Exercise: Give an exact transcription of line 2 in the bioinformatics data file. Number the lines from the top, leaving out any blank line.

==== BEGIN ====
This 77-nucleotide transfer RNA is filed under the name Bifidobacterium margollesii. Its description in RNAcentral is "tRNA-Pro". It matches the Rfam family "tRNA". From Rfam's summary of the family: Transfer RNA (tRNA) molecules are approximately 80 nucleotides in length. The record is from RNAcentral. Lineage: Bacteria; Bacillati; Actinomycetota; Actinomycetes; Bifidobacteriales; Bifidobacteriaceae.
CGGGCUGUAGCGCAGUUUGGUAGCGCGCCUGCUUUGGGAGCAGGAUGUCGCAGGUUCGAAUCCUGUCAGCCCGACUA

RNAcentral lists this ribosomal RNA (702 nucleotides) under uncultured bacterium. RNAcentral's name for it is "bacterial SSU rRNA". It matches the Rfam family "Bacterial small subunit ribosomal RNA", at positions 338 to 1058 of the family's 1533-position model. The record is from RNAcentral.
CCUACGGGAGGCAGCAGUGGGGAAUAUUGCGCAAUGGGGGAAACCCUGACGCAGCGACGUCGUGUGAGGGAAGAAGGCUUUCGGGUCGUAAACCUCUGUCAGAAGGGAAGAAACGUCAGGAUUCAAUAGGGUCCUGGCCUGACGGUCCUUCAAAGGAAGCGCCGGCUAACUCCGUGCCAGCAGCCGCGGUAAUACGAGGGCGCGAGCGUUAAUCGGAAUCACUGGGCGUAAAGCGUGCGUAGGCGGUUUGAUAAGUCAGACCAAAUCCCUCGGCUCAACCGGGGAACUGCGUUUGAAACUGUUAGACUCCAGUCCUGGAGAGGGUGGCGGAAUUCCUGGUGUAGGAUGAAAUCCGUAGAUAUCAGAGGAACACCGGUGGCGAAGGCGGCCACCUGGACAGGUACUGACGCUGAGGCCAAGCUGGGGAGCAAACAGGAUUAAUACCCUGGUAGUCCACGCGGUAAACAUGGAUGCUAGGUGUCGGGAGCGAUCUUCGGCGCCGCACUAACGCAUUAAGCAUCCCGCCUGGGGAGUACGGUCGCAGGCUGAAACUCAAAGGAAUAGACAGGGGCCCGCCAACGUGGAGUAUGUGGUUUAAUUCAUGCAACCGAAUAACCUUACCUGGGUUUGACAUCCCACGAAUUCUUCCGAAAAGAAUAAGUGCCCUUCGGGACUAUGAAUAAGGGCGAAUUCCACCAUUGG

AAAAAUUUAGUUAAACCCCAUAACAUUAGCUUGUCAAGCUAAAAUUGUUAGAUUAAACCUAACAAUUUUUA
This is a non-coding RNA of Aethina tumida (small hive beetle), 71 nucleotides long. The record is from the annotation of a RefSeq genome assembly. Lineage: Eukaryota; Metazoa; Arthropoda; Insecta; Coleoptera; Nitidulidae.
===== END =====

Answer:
CGGGCUGUAGCGCAGUUUGGUAGCGCGCCUGCUUUGGGAGCAGGAUGUCGCAGGUUCGAAUCCUGUCAGCCCGACUA